The disparate collection of alt-right, white supremacist, racist KKK members and neo-Nazis from around the US came out from behind their screens and pepe memes and proved themselves to be a tangible, dangerous force.
Though, as murdered Heather Heyer's Facebook cover photo prior to the Charlottesville riot reads, 'If you're not outraged, you haven't been paying attention.'
For a long time people have presumed that the far right groups are minority groups, that they wouldn't be emboldened enough to rally on any large scale and that most people aren't racist and that's enough.
People were wrong though.
And now, on the back foot, in the wake of violence and a murder, we're starting to wake up to the fact that the good people of the world have a lot of work to do and big companies have to play their part, actively, incontrovertibly.
The Mormon Church finally took the unequivocal stance against racism that many people had been waiting for and now big consumer brands, like Spotify, are beginning to play their part.
So far the website hosting company GoDaddy has reportedly banned the white supremacist site The Daily Stormer from its platform.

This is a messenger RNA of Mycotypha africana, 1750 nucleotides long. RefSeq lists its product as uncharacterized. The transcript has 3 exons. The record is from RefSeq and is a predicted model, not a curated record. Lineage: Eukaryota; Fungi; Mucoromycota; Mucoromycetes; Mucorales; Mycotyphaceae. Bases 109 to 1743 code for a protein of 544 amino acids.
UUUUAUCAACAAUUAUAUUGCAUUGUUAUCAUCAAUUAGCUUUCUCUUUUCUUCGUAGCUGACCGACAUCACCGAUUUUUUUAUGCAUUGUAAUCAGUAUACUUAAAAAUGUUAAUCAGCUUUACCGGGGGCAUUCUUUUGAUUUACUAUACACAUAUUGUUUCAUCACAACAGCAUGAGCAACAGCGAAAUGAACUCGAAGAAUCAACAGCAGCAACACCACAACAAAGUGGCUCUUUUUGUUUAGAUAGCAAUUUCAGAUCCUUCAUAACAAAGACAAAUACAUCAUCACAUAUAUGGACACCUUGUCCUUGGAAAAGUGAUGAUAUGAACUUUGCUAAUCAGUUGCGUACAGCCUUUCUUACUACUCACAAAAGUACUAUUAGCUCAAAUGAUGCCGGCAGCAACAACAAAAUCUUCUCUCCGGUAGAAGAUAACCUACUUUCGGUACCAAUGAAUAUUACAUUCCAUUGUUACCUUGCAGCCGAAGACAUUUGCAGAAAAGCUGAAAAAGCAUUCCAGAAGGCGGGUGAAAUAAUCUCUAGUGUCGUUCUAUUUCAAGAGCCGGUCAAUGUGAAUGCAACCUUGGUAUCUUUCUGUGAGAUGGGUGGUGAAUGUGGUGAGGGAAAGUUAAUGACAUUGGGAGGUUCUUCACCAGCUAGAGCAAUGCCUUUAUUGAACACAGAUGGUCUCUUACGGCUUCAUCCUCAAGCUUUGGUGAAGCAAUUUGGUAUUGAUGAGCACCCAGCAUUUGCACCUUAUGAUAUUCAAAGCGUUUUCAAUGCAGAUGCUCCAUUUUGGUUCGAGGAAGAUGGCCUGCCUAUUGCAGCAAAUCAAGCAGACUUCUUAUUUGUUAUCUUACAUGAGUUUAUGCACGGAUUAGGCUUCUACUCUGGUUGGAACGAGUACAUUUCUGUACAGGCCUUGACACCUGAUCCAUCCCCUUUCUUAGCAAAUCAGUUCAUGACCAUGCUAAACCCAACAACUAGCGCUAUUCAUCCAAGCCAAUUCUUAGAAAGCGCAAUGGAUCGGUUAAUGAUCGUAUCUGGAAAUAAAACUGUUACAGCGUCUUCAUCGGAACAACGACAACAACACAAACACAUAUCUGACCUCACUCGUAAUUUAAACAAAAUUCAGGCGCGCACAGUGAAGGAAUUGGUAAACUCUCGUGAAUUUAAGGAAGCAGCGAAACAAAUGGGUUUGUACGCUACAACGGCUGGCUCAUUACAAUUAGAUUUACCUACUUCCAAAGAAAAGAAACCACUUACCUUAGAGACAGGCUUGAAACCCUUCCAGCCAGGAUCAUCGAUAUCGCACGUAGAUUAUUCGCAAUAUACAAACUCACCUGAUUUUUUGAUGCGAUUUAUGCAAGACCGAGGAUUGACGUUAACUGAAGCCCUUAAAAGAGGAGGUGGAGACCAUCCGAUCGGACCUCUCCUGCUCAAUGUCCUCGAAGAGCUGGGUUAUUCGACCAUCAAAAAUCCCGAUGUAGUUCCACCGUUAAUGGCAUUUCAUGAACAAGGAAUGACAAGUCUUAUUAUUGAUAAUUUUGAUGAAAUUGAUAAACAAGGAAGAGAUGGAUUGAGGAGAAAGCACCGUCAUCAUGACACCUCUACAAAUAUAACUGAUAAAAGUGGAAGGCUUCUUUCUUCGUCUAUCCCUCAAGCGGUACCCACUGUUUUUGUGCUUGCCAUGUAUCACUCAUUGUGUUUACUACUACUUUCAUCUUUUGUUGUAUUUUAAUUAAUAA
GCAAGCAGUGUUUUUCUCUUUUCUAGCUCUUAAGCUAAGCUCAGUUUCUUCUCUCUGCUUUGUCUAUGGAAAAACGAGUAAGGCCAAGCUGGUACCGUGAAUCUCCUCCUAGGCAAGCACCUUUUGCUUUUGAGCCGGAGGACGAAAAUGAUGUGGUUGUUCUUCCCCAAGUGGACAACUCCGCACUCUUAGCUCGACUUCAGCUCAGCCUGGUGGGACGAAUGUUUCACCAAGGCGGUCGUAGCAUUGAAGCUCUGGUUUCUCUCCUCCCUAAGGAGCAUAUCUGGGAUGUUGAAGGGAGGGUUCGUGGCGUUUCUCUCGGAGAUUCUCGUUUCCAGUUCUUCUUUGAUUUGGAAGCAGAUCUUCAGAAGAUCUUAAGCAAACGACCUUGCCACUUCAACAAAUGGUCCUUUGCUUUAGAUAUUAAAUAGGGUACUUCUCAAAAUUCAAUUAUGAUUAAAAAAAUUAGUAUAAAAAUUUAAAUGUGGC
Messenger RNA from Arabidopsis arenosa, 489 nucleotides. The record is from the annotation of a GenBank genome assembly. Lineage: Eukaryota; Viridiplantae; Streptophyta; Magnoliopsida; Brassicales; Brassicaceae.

Most recently, the music-streaming service Spotify has begun removing hate music from its library.
Three years ago the Southern Poverty Law Centre (SPLC) published a list of bands that were involved in a 'white power music scene' and centred their efforts on removing the band names on iTunes.
However, on Monday Digital Music News identified 37 bands from SPLC's list that still remained on Spotify.
Once Spotify became aware, they made moves to remove the music in question.
A spokesperson for Spotify told Billboard that 'illegal content or material that favours hatred or incites violence against race, religion, sexuality or the like is not tolerated by us.'
Spotify takes immediate action to remove any such material as soon as it has been brought to our attention. We are glad to have been alerted to this content — and have already removed many of the bands identified today, whilst urgently reviewing the remainder.
Apparently, they will also make efforts to block this type of music from being aggregated to the site in the first place.